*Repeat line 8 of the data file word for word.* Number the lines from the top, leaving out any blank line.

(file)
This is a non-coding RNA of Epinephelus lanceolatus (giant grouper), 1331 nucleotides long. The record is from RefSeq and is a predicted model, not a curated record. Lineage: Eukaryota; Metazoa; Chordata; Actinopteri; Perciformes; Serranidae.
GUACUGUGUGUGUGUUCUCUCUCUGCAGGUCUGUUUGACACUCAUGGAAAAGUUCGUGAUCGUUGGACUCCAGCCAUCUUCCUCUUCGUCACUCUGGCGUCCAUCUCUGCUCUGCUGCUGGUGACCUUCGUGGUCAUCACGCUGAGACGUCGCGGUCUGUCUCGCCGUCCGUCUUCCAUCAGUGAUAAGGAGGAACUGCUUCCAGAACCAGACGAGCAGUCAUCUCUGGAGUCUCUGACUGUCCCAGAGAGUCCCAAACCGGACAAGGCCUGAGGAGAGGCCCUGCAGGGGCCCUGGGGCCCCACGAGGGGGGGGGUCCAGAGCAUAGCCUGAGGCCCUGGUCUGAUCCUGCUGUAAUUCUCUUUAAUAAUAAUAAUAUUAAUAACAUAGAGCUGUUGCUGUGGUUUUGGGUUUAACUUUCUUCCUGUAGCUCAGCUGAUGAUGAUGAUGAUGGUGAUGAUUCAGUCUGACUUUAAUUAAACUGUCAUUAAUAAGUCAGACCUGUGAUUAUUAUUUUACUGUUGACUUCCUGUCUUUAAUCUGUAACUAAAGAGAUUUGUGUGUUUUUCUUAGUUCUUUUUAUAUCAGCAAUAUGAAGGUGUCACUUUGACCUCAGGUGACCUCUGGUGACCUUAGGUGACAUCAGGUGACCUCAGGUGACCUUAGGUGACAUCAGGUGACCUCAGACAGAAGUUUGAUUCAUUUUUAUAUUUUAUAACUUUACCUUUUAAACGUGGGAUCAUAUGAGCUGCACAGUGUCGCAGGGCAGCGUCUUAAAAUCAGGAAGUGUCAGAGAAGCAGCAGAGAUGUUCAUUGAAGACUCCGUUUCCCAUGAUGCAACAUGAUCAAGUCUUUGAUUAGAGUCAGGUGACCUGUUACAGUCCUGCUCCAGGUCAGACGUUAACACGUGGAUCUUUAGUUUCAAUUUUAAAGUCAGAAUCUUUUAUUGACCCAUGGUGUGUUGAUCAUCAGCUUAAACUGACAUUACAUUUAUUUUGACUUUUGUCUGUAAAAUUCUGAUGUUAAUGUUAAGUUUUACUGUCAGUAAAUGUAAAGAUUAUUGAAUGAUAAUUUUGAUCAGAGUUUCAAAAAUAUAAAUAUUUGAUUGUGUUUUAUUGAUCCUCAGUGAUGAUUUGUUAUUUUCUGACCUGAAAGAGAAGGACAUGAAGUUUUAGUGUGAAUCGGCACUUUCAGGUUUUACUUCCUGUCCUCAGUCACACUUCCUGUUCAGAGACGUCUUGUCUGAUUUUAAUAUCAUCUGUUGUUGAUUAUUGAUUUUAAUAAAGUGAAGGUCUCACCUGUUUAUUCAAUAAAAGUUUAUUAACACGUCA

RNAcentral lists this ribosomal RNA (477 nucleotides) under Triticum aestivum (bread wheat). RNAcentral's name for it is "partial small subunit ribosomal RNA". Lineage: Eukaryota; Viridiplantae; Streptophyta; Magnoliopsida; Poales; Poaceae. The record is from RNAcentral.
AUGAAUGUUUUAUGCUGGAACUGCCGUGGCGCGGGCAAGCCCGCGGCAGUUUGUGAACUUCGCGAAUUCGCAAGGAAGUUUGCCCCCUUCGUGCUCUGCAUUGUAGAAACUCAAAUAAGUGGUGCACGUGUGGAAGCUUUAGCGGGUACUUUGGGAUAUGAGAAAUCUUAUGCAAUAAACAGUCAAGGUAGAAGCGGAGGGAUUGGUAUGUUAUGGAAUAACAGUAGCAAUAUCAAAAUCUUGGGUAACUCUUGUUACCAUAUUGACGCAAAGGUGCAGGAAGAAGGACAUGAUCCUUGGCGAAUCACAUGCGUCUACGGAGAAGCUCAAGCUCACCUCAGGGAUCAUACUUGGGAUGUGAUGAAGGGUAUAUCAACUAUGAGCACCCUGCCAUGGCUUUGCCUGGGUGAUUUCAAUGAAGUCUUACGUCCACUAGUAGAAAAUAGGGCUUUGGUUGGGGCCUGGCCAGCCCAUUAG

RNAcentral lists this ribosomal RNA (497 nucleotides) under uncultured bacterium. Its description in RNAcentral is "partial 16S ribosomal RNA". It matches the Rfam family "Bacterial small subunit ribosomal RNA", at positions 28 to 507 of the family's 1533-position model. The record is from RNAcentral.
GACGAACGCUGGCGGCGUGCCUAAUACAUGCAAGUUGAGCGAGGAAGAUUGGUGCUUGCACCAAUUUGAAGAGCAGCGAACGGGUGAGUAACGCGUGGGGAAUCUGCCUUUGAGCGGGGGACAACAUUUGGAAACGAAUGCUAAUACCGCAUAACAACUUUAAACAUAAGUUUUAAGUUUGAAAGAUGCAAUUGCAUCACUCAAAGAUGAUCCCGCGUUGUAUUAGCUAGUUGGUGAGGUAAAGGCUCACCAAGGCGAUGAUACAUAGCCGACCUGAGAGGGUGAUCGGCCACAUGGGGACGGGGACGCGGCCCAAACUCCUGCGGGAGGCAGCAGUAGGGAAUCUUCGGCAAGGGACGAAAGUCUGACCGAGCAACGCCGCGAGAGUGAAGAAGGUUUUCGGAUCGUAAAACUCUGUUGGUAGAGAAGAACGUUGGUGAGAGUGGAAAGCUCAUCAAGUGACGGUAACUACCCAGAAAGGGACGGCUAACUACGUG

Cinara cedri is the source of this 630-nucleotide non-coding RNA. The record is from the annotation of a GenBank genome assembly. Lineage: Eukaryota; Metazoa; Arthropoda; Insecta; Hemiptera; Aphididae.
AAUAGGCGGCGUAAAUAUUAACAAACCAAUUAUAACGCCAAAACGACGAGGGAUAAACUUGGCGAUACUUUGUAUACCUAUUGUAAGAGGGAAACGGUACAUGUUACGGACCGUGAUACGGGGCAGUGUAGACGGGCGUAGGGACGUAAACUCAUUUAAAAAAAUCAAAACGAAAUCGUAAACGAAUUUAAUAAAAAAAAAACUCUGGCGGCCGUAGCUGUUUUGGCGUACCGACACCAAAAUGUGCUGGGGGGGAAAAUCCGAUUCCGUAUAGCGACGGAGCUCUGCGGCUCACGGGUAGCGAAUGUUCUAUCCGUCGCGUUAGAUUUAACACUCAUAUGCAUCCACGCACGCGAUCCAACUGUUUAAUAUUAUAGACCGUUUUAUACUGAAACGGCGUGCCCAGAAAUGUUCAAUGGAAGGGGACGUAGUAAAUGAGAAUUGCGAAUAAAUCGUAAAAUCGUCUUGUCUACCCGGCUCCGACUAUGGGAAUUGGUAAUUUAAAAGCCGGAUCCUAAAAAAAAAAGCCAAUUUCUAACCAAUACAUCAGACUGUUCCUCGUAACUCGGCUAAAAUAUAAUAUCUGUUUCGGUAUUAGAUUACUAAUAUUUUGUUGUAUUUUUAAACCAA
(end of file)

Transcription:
AAUAGGCGGCGUAAAUAUUAACAAACCAAUUAUAACGCCAAAACGACGAGGGAUAAACUUGGCGAUACUUUGUAUACCUAUUGUAAGAGGGAAACGGUACAUGUUACGGACCGUGAUACGGGGCAGUGUAGACGGGCGUAGGGACGUAAACUCAUUUAAAAAAAUCAAAACGAAAUCGUAAACGAAUUUAAUAAAAAAAAAACUCUGGCGGCCGUAGCUGUUUUGGCGUACCGACACCAAAAUGUGCUGGGGGGGAAAAUCCGAUUCCGUAUAGCGACGGAGCUCUGCGGCUCACGGGUAGCGAAUGUUCUAUCCGUCGCGUUAGAUUUAACACUCAUAUGCAUCCACGCACGCGAUCCAACUGUUUAAUAUUAUAGACCGUUUUAUACUGAAACGGCGUGCCCAGAAAUGUUCAAUGGAAGGGGACGUAGUAAAUGAGAAUUGCGAAUAAAUCGUAAAAUCGUCUUGUCUACCCGGCUCCGACUAUGGGAAUUGGUAAUUUAAAAGCCGGAUCCUAAAAAAAAAAGCCAAUUUCUAACCAAUACAUCAGACUGUUCCUCGUAACUCGGCUAAAAUAUAAUAUCUGUUUCGGUAUUAGAUUACUAAUAUUUUGUUGUAUUUUUAAACCAA